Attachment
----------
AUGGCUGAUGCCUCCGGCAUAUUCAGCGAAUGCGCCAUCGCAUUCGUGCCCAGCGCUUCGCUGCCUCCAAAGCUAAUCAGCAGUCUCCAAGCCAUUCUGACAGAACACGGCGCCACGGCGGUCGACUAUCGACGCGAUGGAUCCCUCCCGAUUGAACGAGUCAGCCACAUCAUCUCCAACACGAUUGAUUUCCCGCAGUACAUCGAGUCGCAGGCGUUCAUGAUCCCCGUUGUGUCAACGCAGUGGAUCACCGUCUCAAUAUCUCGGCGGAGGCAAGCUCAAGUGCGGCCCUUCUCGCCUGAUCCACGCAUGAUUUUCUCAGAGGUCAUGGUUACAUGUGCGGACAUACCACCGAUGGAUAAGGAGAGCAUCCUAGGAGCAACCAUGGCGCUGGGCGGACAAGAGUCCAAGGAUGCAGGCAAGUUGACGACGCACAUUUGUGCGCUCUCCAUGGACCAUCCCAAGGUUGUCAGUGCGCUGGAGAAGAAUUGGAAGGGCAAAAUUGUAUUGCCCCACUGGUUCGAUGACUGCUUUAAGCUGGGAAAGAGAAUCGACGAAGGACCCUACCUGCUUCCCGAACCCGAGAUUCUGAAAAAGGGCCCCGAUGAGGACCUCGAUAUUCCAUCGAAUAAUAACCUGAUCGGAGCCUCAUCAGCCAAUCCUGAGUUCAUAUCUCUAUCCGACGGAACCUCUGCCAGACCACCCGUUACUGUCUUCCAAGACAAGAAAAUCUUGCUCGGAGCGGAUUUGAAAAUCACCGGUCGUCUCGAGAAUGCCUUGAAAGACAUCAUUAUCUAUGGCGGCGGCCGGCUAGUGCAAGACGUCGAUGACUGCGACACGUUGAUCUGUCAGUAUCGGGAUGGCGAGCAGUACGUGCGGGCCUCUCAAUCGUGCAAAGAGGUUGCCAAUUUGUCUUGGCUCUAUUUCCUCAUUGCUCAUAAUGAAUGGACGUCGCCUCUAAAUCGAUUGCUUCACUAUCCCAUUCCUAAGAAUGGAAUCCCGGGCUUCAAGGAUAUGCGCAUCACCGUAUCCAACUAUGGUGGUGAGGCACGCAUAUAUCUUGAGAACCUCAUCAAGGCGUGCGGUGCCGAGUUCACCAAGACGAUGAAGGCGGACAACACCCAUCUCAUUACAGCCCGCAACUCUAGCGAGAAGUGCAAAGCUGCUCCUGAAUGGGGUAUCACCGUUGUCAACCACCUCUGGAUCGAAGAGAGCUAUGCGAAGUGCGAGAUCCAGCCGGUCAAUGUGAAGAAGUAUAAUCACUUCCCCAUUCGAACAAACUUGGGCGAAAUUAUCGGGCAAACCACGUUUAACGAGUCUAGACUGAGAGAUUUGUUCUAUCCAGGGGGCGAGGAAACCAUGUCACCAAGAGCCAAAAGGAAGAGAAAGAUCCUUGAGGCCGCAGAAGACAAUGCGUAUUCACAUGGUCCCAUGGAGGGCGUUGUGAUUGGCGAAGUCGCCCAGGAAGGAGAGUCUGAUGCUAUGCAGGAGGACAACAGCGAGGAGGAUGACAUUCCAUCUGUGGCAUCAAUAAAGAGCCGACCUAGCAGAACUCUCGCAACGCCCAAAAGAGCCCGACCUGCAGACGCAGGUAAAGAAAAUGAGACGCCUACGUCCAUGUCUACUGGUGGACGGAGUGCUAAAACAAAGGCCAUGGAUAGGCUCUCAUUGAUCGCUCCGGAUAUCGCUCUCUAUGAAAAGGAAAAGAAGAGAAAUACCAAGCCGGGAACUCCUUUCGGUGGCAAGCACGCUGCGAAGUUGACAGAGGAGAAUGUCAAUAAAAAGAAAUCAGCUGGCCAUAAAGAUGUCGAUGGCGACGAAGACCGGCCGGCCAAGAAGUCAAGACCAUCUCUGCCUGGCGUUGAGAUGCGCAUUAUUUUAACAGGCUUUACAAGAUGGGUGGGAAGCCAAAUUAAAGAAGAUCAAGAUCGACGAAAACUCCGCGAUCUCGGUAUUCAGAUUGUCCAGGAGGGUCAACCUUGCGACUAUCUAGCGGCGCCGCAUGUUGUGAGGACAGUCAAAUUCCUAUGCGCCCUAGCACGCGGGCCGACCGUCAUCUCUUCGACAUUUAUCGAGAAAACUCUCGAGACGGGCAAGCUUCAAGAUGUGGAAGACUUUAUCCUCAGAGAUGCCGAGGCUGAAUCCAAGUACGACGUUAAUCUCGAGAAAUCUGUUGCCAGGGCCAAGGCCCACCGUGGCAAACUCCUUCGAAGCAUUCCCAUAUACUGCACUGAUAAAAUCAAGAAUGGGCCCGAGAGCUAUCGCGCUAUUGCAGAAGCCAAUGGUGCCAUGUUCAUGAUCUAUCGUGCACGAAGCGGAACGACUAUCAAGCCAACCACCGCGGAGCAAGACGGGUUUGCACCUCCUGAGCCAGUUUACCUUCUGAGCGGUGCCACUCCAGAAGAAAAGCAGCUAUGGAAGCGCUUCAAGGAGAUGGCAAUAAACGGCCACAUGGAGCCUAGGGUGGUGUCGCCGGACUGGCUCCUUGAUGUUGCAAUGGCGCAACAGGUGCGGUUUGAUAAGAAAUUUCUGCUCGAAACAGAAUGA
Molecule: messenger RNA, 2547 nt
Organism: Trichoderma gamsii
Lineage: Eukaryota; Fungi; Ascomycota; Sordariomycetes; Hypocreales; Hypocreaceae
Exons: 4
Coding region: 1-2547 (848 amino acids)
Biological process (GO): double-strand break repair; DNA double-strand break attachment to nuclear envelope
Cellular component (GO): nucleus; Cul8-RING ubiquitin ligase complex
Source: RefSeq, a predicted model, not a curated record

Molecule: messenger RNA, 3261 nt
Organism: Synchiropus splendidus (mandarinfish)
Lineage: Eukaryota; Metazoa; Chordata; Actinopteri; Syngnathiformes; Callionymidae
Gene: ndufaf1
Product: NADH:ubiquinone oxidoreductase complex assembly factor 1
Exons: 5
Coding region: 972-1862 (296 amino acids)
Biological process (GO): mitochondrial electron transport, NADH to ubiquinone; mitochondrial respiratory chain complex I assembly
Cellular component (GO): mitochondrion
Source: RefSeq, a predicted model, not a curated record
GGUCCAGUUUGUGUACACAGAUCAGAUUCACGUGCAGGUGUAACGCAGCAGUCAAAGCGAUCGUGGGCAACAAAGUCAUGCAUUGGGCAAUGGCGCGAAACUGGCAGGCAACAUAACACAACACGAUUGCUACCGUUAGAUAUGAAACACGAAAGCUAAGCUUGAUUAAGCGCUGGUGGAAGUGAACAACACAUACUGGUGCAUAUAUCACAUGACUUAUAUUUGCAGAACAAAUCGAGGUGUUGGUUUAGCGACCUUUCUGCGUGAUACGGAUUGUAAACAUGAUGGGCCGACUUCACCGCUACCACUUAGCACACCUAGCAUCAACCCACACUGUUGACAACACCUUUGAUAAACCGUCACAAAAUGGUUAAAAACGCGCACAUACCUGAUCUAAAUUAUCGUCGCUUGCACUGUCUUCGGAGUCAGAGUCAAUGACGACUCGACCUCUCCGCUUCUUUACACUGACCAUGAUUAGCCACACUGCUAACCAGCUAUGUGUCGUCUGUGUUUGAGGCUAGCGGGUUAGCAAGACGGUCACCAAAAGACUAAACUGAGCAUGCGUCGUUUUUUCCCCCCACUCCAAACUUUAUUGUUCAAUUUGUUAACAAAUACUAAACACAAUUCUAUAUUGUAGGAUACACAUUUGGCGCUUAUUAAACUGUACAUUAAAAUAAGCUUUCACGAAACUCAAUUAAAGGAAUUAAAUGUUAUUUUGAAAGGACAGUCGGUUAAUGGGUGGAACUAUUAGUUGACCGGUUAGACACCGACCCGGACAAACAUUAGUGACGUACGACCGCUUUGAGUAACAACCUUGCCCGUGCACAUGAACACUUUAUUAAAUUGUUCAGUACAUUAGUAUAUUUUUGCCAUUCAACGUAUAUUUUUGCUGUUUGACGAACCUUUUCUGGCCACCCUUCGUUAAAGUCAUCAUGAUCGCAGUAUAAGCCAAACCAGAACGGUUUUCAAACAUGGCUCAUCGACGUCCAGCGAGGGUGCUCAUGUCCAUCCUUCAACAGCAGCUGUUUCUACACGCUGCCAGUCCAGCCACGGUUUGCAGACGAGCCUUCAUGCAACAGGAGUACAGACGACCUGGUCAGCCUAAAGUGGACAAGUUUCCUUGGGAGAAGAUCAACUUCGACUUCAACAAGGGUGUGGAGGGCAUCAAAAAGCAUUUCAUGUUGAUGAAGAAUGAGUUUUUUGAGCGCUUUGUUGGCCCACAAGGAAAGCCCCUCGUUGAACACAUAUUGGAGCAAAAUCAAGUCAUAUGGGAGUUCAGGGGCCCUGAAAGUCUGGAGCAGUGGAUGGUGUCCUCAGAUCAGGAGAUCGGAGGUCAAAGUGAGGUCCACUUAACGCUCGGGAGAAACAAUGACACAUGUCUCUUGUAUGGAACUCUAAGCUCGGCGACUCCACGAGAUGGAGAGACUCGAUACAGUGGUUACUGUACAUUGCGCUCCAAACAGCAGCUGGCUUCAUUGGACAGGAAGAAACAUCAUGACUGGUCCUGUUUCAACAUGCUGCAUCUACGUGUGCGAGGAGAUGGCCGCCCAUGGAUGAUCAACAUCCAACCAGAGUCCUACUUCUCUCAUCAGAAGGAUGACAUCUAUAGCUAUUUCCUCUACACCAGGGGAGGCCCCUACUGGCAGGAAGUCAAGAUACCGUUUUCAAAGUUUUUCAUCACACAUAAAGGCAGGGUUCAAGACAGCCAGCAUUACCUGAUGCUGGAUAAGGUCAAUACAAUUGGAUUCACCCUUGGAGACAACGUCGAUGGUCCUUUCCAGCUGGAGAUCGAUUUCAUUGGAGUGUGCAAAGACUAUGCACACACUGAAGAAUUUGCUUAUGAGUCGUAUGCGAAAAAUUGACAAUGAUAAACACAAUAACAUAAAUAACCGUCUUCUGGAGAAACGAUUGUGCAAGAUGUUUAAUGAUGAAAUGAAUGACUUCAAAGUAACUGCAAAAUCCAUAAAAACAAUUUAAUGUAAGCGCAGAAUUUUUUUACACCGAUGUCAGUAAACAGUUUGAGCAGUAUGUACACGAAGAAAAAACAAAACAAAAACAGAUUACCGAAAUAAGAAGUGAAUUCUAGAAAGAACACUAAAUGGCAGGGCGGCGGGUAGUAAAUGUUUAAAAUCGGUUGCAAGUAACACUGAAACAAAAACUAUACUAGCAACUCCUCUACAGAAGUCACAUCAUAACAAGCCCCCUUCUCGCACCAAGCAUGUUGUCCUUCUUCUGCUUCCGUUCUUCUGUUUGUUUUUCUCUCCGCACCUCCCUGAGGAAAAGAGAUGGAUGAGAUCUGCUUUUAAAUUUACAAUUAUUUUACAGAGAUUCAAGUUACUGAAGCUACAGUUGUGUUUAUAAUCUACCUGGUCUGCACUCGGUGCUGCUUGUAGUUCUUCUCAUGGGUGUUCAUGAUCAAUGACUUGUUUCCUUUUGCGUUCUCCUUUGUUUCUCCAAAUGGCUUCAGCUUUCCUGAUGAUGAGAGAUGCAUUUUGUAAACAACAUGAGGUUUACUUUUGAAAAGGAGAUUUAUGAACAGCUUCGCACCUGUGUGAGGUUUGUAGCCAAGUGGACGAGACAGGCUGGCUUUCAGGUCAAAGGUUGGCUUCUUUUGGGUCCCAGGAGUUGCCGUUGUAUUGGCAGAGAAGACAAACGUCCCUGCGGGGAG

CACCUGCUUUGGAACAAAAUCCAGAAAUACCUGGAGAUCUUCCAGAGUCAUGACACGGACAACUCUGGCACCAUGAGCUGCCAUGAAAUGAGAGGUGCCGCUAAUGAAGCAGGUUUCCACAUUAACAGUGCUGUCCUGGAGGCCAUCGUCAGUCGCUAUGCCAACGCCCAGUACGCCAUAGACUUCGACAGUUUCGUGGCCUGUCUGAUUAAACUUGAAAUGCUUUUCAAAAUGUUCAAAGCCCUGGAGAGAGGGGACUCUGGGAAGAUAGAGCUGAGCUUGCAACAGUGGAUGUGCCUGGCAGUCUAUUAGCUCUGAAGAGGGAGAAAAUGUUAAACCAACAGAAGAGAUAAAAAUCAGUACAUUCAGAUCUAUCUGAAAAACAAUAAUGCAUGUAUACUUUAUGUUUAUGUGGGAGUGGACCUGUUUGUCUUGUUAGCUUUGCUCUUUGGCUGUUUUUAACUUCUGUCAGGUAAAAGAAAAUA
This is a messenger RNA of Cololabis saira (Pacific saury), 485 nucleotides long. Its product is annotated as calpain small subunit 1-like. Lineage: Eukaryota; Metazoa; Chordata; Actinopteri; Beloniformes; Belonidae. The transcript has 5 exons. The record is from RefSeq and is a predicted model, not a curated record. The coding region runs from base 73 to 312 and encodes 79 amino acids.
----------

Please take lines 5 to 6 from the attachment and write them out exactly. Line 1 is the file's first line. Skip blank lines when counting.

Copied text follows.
Exons: 4
Coding region: 1-2547 (848 amino acids)